East Africa: Small grants make a big difference

In October and November of 2015, a team of six Pangea members traveled to East Africa to visit with our grant partners, both present and past. Here are some of their impressions and learnings from the field.



Cheryl, Pangea Member (in blue), connecting with women from an agricultural co-op  supported by a Pangea grant.

Warm smiles, gracious gestures, and incredible gratitude was palpable on our adventures in Kenya as we visited our partner organizations and the communities they serve – among the most marginalized people in East Africa. It was 10 days of action-packed, exhilarating experiences opening my eyes wider to what rural life in Kenya is like. Much of our time was spent in the communities – meeting the real beneficiaries of our grants. The tenacity, courage and hard work evident in the stories shared was beyond impressive. As a Pangea member for years, I have sometimes wondered whether my contributions to the annual grant pool were making a difference. This trip provided an answer.
~ Cheryl Houser

In Kenya’s Rift Valley, one of the most powerful experiences for me, was attending a grandstand-style ceremony proclaiming Lomolo A Village, an FGM Free zone (Female Genital Mutilation, also known as female cutting or female circumcision). This event included entertainment and speeches from an impressive array of community leaders, students, teachers, and education officials.  A highlight was when, Elizabeth Barta, (pictured right), a grandmother who had previously performed “the cut” on the village girls for decades spoke to 23080662473_a9473aec22_othe crowd of hundreds proclaiming, “FGM in Lomolo A must end!” Even though female cutting became illegal in Kenya in 2011 many rural communities are continuing the dangerous practice due to deep cultural traditions. 

Displaced twice by the government after post election violence in 2007, historically Lomolo A, a village of 3500 (350 households) with limited resources had a 75% FGM rate and is now dramatically lowering those numbers primarily due to Dandelion Africa’s Girls for Leader’s program – supported entirely by Pangea grants the past two years.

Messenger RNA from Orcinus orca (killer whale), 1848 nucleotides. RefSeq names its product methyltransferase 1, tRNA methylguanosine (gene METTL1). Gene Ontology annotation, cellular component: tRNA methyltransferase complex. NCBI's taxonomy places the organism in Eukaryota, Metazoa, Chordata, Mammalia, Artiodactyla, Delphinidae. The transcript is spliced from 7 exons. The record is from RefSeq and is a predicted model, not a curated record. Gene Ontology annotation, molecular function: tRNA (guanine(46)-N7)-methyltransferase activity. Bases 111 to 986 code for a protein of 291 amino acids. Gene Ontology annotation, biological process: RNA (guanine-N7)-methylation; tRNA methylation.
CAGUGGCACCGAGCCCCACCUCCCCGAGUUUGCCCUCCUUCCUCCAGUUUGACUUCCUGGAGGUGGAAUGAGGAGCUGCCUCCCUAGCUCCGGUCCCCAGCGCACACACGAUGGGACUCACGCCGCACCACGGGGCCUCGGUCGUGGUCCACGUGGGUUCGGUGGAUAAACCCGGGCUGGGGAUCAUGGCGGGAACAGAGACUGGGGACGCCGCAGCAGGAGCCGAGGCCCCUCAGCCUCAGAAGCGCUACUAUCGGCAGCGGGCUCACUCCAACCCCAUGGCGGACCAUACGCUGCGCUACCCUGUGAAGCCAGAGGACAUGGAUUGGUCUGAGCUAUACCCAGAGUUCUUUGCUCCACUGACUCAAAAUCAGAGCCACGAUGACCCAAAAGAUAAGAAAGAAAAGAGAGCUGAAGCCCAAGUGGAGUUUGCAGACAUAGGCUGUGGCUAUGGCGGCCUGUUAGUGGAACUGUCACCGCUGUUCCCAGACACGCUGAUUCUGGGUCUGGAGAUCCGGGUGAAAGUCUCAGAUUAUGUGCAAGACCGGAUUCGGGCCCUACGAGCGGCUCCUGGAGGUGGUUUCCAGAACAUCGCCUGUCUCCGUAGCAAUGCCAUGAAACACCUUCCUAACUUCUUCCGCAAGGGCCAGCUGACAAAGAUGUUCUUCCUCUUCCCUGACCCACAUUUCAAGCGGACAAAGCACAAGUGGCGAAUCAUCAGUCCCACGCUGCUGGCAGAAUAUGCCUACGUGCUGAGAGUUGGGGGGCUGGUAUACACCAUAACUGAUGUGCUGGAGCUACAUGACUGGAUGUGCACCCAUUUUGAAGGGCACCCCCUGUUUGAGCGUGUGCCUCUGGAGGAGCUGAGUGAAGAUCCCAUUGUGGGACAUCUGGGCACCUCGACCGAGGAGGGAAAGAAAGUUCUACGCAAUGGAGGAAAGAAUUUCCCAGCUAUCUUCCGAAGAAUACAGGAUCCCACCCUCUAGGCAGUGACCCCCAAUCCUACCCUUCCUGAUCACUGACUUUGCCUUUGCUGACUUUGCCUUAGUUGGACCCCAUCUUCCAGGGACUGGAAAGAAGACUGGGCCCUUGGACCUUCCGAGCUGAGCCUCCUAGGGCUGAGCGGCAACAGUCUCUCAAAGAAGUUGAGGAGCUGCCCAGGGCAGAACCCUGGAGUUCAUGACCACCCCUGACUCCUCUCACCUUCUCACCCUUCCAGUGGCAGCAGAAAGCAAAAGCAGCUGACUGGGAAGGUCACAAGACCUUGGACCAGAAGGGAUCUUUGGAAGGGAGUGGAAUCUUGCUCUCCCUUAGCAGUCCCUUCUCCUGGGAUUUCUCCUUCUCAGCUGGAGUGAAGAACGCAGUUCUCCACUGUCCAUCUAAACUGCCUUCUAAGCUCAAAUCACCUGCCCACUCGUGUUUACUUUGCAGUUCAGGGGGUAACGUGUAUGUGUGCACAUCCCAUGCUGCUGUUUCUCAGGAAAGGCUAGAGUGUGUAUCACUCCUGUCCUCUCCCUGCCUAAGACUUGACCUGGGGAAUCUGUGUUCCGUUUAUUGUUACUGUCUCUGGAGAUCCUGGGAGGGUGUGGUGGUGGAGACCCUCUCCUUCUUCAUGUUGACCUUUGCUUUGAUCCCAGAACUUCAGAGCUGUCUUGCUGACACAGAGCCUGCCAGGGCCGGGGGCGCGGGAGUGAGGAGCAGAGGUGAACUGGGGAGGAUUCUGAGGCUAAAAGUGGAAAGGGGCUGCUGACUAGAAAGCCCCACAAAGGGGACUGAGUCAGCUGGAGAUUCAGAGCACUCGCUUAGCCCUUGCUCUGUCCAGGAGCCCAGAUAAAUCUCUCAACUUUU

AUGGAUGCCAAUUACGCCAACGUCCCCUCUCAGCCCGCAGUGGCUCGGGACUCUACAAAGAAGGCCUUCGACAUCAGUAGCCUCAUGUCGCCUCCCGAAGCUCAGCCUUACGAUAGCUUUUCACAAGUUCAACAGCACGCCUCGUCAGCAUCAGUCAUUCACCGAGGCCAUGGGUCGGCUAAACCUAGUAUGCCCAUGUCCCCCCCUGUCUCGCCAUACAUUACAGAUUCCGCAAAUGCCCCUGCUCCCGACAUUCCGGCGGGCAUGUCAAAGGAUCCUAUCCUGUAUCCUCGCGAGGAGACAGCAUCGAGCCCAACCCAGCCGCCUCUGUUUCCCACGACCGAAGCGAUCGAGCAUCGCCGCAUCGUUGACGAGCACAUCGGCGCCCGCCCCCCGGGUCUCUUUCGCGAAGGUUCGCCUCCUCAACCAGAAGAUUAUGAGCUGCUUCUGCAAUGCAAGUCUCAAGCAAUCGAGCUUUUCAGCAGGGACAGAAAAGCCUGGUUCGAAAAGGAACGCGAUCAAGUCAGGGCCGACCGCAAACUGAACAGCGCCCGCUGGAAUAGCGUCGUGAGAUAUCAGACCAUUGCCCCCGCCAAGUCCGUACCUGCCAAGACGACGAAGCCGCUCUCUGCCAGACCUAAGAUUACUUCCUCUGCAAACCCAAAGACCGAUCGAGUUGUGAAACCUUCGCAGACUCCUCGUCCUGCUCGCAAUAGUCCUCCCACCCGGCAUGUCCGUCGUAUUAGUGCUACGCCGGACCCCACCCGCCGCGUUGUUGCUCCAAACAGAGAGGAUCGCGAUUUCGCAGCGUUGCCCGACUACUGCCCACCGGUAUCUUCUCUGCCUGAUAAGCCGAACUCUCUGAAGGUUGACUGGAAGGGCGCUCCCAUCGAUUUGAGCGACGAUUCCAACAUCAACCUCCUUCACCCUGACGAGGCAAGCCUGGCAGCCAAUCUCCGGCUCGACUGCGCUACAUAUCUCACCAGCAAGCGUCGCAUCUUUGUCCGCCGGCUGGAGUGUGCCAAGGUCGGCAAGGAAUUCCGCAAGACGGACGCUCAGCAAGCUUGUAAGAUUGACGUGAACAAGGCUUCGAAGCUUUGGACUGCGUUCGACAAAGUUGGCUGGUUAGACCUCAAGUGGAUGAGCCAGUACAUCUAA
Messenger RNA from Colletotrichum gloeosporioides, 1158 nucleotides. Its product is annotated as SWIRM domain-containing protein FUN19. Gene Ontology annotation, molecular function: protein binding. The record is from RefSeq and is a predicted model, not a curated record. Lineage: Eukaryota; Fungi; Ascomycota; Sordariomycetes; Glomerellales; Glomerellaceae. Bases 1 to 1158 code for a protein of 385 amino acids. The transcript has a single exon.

In 2015, 98 girls from 6 schools were involved in the powerful program. Dandelion Africa  educated them about the dangers of FGM as a strategy to protect their reproductive health, prevent early marriage and childbearing thus allowing them to stay in school. In the program, they also take part in community outreach about FGM through various campaigns alongside local professionals. The educational tutoring they receive has paid off, 5 of the girls from the original group of 23 took top rankings in their class this past year! We  noticed a remarkable difference in the self confidence in the first year girls vs. those who had been in the program 2 years. The self esteem and sense of worth that is taking root with these girls is the kind of impact that is hard to measure, but is profound in improving lives.


A surprise was learning how the idea of including boys in the program is taking hold. In response to demand in the community, Dandelion expanded its program to include 50 boys this past year. The boys seemed so proud to be supporting the girls while sporting their “Boys for Change – Girls Have Rights Too” t-shirts – quite an accomplishment for a region known to have tremendous gender inequity. Apparently boys in this region have issues surrounding their own circumcision right of passage. At 13, they are often encouraged to start drinking alcohol to “become a man” which can lead to poor school performance and drop outs. They’ve noticed how well the girls in the program are doing academically and don’t want to be left behind. Dandelion is helping support them too.

In nearby Nakuru, we had the pleasure of meeting and socializing with the team of Tears Kenya, a previous grantee, and ongoing partner and adviser, where they reflected on how Pangea grants had kickstarted many of their programs (some of which are now self-sustaining)  that are continuing to empower youth in the arts and business. Collaboration among Pangea’s partners and previous grantees is valuable. Their director is also on the board of Dandelion Africa and originally told us about them. (see above)


Beehives , funded by Pangea are now in BIOGI’s farming co-ops are providing extra income for families.

Near Luanda, in Western Kenya, our grant partner BIOGI  had a very impressive visit in store for us. They train small subsistence community farmers using permaculture principles; biomimicry (sustainable innovations inspired by nature), polyculture (using multiple crops in the same place), catch and store energy use, and use and value diversity (replicating natural systems) to increase agricultural yields and build community. Recent projects include creating food forests, farming fish and initiating beekeeping (funded by Pangea in 2015).